The state’s Environmental Protection Authority (EPA) has announced it will undertake a detailed assessment of the environmental impacts of the expansion of Alcoa’s Huntly Alumina Refinery.
The news comes just weeks after the Conservation Council of WA and the Jarrahdale Forest Protectors called on the public to respond to the proposal, which would involve clearing 6,700 hectares between Jarrahdale and Dwellingup.
The expansion is part of the company’s 10-year mine plan and would allow it to transition from its current Huntly Bauxite Mine in Myara to two other sites, with the Myara North site to be operational from 2025-2030 and the Holyoake site from 2030 until 2035.
But Jarrahdale Forest Protectors chair Jan Starr said the group held grave concerns about the impact that clearing the forest could have on vulnerable species and the region’s status as a recreational destination and expected the decision.
“The threats to the forest are multiple and beyond the resources of the Department of Biodiversity, Conservation and Attractions to manage so it becomes an important question for the government to address,” she said.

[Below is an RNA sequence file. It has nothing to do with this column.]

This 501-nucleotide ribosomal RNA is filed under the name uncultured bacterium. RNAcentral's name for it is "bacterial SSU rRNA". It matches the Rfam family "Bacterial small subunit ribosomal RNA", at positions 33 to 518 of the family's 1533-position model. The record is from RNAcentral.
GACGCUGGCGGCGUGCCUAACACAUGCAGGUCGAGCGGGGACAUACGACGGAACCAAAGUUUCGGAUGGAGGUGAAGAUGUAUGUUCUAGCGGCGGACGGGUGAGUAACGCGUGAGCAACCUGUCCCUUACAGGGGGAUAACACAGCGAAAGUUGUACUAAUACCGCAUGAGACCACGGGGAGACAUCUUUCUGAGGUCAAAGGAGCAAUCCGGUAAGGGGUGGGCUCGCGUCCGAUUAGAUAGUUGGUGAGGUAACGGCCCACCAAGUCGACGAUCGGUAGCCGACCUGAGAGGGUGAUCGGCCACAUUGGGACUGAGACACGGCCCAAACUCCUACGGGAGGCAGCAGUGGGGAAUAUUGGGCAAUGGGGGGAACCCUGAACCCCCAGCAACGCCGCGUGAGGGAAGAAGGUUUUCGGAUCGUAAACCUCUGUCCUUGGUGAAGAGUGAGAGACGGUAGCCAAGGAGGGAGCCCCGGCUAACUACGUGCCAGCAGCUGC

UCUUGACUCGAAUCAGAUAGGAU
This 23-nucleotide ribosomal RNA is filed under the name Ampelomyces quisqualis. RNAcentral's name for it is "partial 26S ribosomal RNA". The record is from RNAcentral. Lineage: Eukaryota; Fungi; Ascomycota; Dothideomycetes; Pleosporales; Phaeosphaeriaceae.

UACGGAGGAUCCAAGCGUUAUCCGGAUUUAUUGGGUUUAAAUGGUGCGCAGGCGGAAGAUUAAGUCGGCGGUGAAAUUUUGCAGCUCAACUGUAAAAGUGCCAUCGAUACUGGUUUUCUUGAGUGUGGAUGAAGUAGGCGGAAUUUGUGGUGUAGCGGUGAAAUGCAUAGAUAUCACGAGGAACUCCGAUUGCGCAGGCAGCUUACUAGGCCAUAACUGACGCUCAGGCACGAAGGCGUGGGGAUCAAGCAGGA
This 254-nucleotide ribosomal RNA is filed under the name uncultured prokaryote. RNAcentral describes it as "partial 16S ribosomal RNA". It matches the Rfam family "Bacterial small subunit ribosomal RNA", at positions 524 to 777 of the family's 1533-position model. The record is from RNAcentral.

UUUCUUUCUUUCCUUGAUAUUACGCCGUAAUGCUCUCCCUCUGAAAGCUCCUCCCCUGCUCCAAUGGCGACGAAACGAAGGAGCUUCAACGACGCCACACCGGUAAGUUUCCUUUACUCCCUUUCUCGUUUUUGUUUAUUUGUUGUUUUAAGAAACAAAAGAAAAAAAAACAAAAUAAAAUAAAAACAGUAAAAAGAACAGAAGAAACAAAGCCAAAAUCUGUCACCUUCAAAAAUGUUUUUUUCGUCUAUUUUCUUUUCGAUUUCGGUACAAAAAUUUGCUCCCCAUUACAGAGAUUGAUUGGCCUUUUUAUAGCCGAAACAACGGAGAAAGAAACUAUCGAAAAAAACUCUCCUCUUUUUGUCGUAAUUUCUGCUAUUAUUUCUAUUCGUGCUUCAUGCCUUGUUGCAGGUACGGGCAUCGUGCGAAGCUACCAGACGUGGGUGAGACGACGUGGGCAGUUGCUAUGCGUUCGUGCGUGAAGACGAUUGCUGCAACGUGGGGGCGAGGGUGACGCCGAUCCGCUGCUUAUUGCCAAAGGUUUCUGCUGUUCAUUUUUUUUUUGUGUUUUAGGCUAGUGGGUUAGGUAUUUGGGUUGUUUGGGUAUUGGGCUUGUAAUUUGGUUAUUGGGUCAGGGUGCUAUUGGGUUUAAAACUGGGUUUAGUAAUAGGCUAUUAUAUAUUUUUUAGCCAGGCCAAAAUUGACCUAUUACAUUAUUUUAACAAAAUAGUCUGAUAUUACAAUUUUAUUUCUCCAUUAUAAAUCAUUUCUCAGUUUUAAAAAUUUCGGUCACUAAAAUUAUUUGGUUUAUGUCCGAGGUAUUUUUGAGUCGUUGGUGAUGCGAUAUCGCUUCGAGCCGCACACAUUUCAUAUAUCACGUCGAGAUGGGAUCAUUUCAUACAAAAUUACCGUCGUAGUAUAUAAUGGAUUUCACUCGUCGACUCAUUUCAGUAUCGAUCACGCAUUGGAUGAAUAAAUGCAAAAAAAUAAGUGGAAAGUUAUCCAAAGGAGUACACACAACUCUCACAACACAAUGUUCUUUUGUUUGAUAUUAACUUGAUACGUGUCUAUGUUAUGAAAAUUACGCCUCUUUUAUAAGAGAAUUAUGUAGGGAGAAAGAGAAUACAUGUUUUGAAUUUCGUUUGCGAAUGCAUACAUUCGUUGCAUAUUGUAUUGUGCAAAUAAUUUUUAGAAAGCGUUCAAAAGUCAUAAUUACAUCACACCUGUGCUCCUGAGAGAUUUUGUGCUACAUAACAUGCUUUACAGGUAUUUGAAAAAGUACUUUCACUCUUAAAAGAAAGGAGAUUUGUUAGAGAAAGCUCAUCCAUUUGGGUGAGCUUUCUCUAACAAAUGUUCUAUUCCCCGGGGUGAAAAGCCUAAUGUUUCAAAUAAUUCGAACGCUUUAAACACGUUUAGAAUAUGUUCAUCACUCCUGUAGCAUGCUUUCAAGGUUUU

“These threats, besides mining, are climate change, destructive over-logging, prescribed burning, illegal uses and lack of management of recreational use. “Business as usual will mean future generations will inherit a much-diminished Northern Jarrah Forest.
“There needs to be a comprehensive, independent, scientific inquiry.”
On Monday, EPA chairman Dr Tom Hatton echoed those sentiments and said the proposal’s potential to impact on flora, terrestrial fauna and developed reservoirs used for drinking water warranted an extensive assessment.
“The proposal has the potential to impact on Terrestrial Environmental Quality through soil contamination and disturbance of acid sulfate soils; Social Surroundings through increased noise, adverse impact on recreation, nature based tourism and amenity; Air Quality through dust and particulate emissions; and Greenhouse Gas Emissions from increased emissions at the refinery and mining operations,” he said.
Dr Hatton said the preliminary key environmental factors were complex and that detailed assessment was required to determine the extent of the proposal’s impacts and how the environmental issues could be managed.
It is understood 1589 of the 1732 submissions the EPA received during the seven-day consultation period were in favour of a Public Environmental Review, the highest level of assessment undertaken by the EPA.
An Alcoa spokesperson said the company welcomed the decision, having requested this level of assessment itself last month.
The spokesperson said the company was keen to modernise its environmental approvals and ensure its operations were meeting contemporary regulatory and community expectations.
It is understood the company will now focus on conducting the detail studies required by the EPA as part of the review, which includes studies into potential impacts on flora, fauna, water, air quality, greenhouse gas emissions, and social surrounds, which includes recreational resources such as tracks and trails.